Keith Thomson
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Playstation Suite/Mobile is there, and you can download it now. You can't quite publish with it yet, but it's supposed to be ready for that soon. It's on par with other platforms commonly used by indie developers such as XNA, and C#/Mono based multiplatform phone tools.

Herbert Fowler
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The PSP has been around for how long now? Their portable SDK is in beta. Sony is WAY behind the power curve on this one.

Raymond Grier
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Vita is not PSP. Each new system gets a new SDK.

Felipe Budinich
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I wanted to, but to have access to their beta SDK I had to be located in Japan, Europe or North America. And if that has changed now, I wont consider it, since it's too late in the race to do so.

Leonardo Ceballos
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As an Unity Android developer who has worked with the Xperia Play I can say that its really cool to be able to combine traditional and touch controls when making a game. And the Vita has a ton more horsepower. But I'm not changing my whole way of working right now to target a system that has gotten off to a shaky start.

Get me a version of Unity for the Vita though, and I'm all over it. At the very least expect high-res, enhanced control versions of my games right away! And hey, at least you'd sell one more Vita: the one I'd get to develop on ;)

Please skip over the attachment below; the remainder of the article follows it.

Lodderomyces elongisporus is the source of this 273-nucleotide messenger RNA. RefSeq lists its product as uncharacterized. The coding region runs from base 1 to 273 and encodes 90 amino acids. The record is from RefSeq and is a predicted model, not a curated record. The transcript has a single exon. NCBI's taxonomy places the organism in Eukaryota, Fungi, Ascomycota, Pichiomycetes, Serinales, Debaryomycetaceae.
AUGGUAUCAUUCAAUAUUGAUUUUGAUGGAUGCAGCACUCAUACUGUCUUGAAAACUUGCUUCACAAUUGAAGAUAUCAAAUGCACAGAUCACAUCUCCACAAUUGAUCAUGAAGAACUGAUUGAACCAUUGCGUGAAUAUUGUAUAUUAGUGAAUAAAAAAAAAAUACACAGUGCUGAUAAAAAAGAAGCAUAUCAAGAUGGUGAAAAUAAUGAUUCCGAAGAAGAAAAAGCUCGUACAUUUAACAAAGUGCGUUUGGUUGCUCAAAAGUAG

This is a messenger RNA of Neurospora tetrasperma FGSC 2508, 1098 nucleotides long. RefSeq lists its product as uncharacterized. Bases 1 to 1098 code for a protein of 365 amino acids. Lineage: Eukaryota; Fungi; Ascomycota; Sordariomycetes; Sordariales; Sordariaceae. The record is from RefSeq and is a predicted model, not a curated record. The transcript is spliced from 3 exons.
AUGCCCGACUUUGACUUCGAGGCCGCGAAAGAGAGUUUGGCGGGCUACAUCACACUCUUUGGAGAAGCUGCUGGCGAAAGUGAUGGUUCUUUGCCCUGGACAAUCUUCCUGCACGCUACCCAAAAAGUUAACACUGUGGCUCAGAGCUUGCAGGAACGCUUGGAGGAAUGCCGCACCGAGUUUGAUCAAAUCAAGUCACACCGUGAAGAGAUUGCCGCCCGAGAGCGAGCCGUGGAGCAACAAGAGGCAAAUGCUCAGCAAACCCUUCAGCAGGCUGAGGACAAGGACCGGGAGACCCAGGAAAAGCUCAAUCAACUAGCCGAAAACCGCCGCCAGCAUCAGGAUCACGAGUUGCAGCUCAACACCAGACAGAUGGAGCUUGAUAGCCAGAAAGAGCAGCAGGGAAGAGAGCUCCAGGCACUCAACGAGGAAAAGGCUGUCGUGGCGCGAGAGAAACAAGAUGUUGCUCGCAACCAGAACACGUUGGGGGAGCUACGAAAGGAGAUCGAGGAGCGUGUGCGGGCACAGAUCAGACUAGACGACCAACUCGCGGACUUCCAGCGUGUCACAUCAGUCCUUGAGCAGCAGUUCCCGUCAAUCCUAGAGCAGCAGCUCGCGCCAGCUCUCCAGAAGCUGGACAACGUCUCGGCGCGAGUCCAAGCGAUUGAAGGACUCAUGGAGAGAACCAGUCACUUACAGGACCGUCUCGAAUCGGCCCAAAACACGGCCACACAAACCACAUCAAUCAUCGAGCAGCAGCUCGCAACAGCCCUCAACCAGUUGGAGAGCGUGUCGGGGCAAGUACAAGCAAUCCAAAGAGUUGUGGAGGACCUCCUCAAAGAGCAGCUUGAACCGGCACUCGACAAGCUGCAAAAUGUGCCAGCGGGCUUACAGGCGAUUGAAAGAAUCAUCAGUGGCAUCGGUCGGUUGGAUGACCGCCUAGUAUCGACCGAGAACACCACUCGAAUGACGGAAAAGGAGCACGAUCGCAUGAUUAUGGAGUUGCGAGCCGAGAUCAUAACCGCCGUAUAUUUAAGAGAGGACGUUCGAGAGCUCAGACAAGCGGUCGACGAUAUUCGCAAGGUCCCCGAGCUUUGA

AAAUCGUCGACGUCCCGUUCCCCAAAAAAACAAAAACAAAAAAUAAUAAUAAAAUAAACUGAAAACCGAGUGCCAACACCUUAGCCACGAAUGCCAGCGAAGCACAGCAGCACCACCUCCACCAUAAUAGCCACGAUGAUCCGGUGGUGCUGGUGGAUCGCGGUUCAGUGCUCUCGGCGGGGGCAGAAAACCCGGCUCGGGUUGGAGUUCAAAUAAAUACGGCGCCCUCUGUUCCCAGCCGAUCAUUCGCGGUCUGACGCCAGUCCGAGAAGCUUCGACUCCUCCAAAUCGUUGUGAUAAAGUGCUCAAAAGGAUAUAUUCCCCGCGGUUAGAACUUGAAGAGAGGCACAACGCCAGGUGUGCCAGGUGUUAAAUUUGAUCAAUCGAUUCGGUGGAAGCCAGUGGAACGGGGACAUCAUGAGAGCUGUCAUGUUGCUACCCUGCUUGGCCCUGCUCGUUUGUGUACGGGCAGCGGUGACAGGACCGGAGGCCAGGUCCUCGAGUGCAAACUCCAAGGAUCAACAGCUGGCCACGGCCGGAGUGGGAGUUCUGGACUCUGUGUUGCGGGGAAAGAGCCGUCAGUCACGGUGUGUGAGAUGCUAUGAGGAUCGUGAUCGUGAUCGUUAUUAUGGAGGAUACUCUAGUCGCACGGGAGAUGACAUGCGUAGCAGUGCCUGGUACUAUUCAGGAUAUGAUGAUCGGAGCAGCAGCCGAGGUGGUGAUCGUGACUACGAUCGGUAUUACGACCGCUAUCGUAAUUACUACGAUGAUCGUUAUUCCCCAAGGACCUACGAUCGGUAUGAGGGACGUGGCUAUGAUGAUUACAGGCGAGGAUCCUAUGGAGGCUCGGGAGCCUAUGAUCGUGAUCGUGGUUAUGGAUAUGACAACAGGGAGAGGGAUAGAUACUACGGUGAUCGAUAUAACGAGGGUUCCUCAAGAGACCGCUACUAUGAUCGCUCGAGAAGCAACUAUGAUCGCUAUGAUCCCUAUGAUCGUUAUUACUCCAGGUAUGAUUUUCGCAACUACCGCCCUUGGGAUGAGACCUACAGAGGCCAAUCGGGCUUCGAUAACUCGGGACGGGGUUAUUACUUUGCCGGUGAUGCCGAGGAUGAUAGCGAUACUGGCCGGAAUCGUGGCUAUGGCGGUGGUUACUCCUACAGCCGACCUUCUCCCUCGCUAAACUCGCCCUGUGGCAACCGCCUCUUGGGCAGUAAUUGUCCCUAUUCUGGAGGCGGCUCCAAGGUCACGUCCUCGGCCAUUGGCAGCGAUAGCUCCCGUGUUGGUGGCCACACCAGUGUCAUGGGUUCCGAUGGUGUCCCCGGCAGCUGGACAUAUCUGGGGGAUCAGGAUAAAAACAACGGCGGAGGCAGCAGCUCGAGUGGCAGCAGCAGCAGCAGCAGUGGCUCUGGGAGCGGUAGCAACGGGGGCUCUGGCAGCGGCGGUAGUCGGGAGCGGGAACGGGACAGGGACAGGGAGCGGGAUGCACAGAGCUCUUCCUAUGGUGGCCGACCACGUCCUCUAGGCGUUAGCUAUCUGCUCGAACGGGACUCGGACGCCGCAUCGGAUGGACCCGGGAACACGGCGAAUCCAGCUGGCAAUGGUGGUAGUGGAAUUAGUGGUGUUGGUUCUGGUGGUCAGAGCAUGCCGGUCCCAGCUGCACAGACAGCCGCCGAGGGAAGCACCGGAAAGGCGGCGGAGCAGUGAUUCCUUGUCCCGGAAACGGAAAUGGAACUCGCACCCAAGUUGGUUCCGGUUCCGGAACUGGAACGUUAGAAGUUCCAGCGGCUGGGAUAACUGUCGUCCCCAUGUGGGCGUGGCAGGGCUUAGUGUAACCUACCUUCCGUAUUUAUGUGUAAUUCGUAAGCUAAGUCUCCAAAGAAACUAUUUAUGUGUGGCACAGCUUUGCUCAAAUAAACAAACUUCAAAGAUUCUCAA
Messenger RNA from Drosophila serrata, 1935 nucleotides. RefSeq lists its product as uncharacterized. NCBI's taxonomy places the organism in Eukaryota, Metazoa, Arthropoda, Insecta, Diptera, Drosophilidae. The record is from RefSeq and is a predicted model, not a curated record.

Joe Zachery
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Sony lets work on getting some games first. No matter who or where you get it from. Just try to get some games for your handheld.

Dave Endresak
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Sony, I just want to say... Project Diva F will sell the Vita, especially if Sega includes the editor mode which I am sure they are (since they did with prior PJD games). Let customers may the content and share with each other. The market is there and waiting. We know what we want and don't want for the Vita (many people don't want CoD or AC for the Vita by the way, so that won't sell the system for you to millions of consumers around the world).

You need a software title that sells the system, and you have one lined up. You, Crypton, and Sega just have to work out a deal. That's what the market wants you to do.

Dave Bellinger
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The "Killer App" strategy is great if it works out, but it's not very reliable in the long run. I think building a solid library for the Vita is equally important and, more than that, shows a concern to offer consumers a diverse selection of gaming for their product.

Additionally, I believe many people DO want Call of Duty and Assassin's Creed on the Vita, neither of which will be ports, and it's certainly an odd decision you've made to push AGAINST having more content for the Vita. (Unless you believe it's taking attention away from other, stronger products those developers could be doing for the system? Odd logic, in any case)